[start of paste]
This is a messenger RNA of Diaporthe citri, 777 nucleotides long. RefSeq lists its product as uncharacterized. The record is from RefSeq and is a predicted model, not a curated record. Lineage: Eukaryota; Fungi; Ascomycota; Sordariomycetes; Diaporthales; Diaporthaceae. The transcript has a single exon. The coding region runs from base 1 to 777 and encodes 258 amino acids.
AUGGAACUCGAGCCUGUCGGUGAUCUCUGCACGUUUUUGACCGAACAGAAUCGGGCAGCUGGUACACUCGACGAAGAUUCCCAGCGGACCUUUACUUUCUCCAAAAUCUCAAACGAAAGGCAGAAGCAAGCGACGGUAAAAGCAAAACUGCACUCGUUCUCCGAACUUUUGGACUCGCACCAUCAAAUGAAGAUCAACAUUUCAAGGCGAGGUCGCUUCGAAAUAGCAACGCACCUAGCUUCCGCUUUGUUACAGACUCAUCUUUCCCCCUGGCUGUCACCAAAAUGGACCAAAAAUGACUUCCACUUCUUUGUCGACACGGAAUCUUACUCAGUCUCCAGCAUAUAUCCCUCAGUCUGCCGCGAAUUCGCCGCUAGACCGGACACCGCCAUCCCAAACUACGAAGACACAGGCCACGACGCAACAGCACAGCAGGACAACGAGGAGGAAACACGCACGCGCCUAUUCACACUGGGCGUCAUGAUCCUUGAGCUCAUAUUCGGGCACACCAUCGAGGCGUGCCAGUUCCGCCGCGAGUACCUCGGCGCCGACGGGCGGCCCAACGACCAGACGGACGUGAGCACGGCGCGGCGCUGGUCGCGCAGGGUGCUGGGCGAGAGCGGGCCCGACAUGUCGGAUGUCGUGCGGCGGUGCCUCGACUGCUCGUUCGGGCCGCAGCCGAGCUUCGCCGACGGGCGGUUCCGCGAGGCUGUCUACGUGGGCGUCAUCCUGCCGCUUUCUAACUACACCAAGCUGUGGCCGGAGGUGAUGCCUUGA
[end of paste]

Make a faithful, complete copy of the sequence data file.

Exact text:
This is a messenger RNA of Diaporthe citri, 777 nucleotides long. RefSeq lists its product as uncharacterized. The record is from RefSeq and is a predicted model, not a curated record. Lineage: Eukaryota; Fungi; Ascomycota; Sordariomycetes; Diaporthales; Diaporthaceae. The transcript has a single exon. The coding region runs from base 1 to 777 and encodes 258 amino acids.
AUGGAACUCGAGCCUGUCGGUGAUCUCUGCACGUUUUUGACCGAACAGAAUCGGGCAGCUGGUACACUCGACGAAGAUUCCCAGCGGACCUUUACUUUCUCCAAAAUCUCAAACGAAAGGCAGAAGCAAGCGACGGUAAAAGCAAAACUGCACUCGUUCUCCGAACUUUUGGACUCGCACCAUCAAAUGAAGAUCAACAUUUCAAGGCGAGGUCGCUUCGAAAUAGCAACGCACCUAGCUUCCGCUUUGUUACAGACUCAUCUUUCCCCCUGGCUGUCACCAAAAUGGACCAAAAAUGACUUCCACUUCUUUGUCGACACGGAAUCUUACUCAGUCUCCAGCAUAUAUCCCUCAGUCUGCCGCGAAUUCGCCGCUAGACCGGACACCGCCAUCCCAAACUACGAAGACACAGGCCACGACGCAACAGCACAGCAGGACAACGAGGAGGAAACACGCACGCGCCUAUUCACACUGGGCGUCAUGAUCCUUGAGCUCAUAUUCGGGCACACCAUCGAGGCGUGCCAGUUCCGCCGCGAGUACCUCGGCGCCGACGGGCGGCCCAACGACCAGACGGACGUGAGCACGGCGCGGCGCUGGUCGCGCAGGGUGCUGGGCGAGAGCGGGCCCGACAUGUCGGAUGUCGUGCGGCGGUGCCUCGACUGCUCGUUCGGGCCGCAGCCGAGCUUCGCCGACGGGCGGUUCCGCGAGGCUGUCUACGUGGGCGUCAUCCUGCCGCUUUCUAACUACACCAAGCUGUGGCCGGAGGUGAUGCCUUGA